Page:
Don't Look Back (Lucie Silvas Song) - Charts

Charts

Chart (2005) Peak
position
UK Singles Chart 34
Ireland Singles Chart 48
Lucie Silvas
Studio albums
  • Breathe In (2004)
  • The Same Side (2007)
  • Letters to Ghosts (2012)
EPs
  • Forget Me Not (2000)
Singles
  • "It's Too Late"
  • "What You're Made of"
  • "Breathe In"
  • "The Game Is Won"
  • "Don't Look Back"
  • "Nothing Else Matters"
  • "Forget Me Not"
  • "Même Si (What You're Made of)"
  • "Everytime I Think of You"
  • "Last Year"
  • "Sinking In"
Related articles
  • Discography
  • Judie Tzuke
  • Mike Peden
  • Antonio Orozco

Read more about this topic:  Don't Look Back (Lucie Silvas Song)

Other articles related to "chart, charts":

Gantt Chart
... A Gantt chart is a type of bar chart, developed by Henry Gantt, that illustrates a project schedule ... Gantt charts illustrate the start and finish dates of the terminal elements and summary elements of a project ... Some Gantt charts also show the dependency (i.e ...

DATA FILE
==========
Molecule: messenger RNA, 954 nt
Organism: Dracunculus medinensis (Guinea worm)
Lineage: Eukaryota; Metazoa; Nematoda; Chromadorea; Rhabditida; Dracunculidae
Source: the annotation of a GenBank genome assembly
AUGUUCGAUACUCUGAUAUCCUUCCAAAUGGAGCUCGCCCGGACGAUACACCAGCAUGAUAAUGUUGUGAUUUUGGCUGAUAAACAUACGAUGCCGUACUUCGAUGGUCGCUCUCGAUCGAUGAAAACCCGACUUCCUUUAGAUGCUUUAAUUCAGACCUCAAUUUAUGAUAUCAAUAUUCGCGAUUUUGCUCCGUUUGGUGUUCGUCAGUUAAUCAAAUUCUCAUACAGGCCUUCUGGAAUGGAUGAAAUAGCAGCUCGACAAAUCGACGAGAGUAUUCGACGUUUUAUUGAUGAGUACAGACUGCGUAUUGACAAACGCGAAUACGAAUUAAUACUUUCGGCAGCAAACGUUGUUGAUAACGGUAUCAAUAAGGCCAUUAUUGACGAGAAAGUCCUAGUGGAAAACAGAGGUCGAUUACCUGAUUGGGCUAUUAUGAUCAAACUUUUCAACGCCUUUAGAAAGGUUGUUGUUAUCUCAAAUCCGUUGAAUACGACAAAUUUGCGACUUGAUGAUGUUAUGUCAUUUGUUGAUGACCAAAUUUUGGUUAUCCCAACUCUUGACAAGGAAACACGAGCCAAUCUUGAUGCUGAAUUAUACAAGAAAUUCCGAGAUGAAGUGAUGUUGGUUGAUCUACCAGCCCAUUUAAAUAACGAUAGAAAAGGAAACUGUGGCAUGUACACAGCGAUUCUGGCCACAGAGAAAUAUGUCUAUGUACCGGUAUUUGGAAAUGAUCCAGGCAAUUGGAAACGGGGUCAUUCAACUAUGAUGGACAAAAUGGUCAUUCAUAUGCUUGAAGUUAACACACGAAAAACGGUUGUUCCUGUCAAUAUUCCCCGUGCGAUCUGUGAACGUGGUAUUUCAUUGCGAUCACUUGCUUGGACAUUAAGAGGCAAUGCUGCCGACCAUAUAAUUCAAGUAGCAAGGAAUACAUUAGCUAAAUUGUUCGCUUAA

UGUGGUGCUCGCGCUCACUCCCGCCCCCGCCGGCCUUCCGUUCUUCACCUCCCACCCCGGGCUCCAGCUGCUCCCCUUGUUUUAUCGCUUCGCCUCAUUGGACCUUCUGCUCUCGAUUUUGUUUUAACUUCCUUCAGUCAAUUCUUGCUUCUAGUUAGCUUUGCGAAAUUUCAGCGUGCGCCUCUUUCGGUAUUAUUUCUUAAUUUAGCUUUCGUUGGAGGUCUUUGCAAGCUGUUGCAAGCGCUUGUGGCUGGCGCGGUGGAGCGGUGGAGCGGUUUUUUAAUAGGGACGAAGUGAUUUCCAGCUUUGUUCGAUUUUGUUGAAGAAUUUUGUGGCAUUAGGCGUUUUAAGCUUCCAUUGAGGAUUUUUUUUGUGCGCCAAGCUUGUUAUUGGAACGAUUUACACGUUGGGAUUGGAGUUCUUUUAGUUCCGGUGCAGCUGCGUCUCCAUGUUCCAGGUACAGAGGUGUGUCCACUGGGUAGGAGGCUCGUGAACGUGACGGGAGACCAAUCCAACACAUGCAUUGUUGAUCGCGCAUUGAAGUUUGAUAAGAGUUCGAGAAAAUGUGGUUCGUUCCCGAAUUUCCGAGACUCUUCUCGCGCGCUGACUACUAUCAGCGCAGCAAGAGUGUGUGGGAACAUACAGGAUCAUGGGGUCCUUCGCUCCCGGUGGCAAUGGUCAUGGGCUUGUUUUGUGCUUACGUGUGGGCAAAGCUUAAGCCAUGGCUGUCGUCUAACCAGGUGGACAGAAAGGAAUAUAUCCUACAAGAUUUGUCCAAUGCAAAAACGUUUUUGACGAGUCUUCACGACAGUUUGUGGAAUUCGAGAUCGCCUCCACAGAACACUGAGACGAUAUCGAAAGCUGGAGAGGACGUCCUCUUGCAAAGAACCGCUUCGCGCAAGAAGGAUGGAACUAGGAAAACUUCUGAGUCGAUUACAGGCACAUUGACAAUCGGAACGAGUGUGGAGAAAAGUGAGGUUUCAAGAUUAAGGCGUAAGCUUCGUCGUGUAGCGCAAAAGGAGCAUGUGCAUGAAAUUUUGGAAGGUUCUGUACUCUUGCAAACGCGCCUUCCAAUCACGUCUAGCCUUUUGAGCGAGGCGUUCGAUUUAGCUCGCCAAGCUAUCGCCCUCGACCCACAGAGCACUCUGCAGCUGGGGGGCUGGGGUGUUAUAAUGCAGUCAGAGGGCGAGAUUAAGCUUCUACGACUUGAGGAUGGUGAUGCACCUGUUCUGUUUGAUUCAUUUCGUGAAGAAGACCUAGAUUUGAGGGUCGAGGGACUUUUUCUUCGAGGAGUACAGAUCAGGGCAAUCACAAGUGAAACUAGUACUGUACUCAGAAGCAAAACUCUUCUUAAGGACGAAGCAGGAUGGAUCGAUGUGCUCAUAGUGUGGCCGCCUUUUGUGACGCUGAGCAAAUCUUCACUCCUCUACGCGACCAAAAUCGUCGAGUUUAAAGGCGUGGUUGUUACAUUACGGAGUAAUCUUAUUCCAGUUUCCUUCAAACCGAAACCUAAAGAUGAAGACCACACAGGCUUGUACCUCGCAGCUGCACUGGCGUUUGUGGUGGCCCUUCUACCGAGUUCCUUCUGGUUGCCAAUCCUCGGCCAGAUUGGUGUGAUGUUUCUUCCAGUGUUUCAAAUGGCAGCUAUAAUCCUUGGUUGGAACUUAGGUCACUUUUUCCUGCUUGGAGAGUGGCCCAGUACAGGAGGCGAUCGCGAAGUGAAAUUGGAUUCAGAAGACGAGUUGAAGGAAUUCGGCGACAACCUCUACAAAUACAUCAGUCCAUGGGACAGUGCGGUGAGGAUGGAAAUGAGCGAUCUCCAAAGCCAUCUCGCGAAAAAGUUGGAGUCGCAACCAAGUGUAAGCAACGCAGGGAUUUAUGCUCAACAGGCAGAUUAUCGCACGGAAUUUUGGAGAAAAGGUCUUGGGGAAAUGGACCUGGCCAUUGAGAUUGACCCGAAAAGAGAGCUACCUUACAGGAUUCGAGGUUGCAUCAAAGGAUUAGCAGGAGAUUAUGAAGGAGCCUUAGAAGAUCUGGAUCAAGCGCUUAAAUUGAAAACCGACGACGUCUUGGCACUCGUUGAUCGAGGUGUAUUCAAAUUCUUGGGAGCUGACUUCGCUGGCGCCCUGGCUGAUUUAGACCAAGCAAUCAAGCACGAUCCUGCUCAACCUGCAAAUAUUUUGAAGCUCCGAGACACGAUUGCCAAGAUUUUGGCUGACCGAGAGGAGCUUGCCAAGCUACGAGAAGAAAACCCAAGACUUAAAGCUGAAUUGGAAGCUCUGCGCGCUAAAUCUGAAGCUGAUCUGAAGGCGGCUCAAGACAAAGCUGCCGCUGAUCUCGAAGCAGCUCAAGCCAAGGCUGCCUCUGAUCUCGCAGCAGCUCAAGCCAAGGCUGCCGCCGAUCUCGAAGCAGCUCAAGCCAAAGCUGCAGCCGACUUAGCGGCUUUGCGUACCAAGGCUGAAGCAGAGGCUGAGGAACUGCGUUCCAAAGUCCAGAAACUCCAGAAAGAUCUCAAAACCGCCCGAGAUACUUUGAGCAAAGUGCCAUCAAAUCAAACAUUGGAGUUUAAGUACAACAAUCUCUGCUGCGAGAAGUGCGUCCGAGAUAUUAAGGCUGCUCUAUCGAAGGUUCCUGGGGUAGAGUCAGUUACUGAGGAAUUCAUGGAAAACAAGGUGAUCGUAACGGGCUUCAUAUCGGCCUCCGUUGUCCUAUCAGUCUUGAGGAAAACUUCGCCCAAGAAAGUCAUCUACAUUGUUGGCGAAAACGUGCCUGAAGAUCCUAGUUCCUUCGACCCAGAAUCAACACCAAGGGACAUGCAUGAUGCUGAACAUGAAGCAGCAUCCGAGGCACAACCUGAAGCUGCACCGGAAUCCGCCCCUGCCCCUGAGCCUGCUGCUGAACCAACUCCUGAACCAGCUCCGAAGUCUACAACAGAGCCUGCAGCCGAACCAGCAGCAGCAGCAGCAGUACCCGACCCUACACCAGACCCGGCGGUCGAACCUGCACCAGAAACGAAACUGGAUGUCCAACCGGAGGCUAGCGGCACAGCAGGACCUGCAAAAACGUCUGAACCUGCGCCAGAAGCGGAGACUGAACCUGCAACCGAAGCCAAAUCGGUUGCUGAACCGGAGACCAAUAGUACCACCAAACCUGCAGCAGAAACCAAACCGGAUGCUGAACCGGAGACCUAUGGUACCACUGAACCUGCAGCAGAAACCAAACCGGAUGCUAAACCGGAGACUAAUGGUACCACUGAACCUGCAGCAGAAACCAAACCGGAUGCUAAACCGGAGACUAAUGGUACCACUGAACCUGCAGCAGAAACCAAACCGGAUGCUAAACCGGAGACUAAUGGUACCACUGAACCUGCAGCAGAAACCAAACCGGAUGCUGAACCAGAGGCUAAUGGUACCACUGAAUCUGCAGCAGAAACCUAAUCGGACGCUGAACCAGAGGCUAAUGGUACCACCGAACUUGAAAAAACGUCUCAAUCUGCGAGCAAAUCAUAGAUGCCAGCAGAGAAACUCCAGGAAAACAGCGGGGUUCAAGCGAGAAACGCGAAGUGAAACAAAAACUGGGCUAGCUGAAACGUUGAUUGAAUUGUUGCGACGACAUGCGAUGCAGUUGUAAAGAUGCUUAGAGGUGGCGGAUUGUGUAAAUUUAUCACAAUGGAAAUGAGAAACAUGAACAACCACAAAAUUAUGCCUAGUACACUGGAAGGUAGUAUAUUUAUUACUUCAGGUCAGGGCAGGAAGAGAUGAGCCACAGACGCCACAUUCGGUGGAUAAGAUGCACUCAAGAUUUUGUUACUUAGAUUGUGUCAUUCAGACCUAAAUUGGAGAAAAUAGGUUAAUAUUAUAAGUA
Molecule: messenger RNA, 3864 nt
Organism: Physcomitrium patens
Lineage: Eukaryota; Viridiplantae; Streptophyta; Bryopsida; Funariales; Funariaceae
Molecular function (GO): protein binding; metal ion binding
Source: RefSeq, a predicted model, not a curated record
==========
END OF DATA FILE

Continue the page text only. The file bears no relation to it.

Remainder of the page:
Yes, I'm A Witch - Charts
... Chart (2007) Peak Position U.S ... Billboard Top Electronic Albums 11 ...
Electric Ladyland - Charts - Album
... Year Chart Position 1968 Billboard Top 200 Albums 1968 ... UK Albums Chart 6. ...
Only You (Harry Connick, Jr. album)
... nominated album, which has made the top ten album charts on both sides of the Atlantic and was certified gold in March 2004, and platinum in July 2004 ... It also made the top ten of the UK album charts and the Australian top 40 charts ...
Ruby Murray - Chart Success
... single, "Heartbeat", reached number 3 in the UK Singles Chart in December 1954 ... That same year Murray set a pop-chart record by having five hits in the Top Twenty in one week, a feat unmatched for many years ... Murray constantly had at least one single in the UK charts - this at a time when only a Top 20 was listed ...

Famous quotes containing the word charts:

    There’s one basic rule you should remember about development charts that will save you countless hours of worry.... The fact that a child passes through a particular developmental stage is always more important than the age of that child when he or she does it. In the long run, it really doesn’t matter whether you learn to walk at ten months or fifteen months—as long as you learn how to walk.
    Lawrence Kutner (20th century)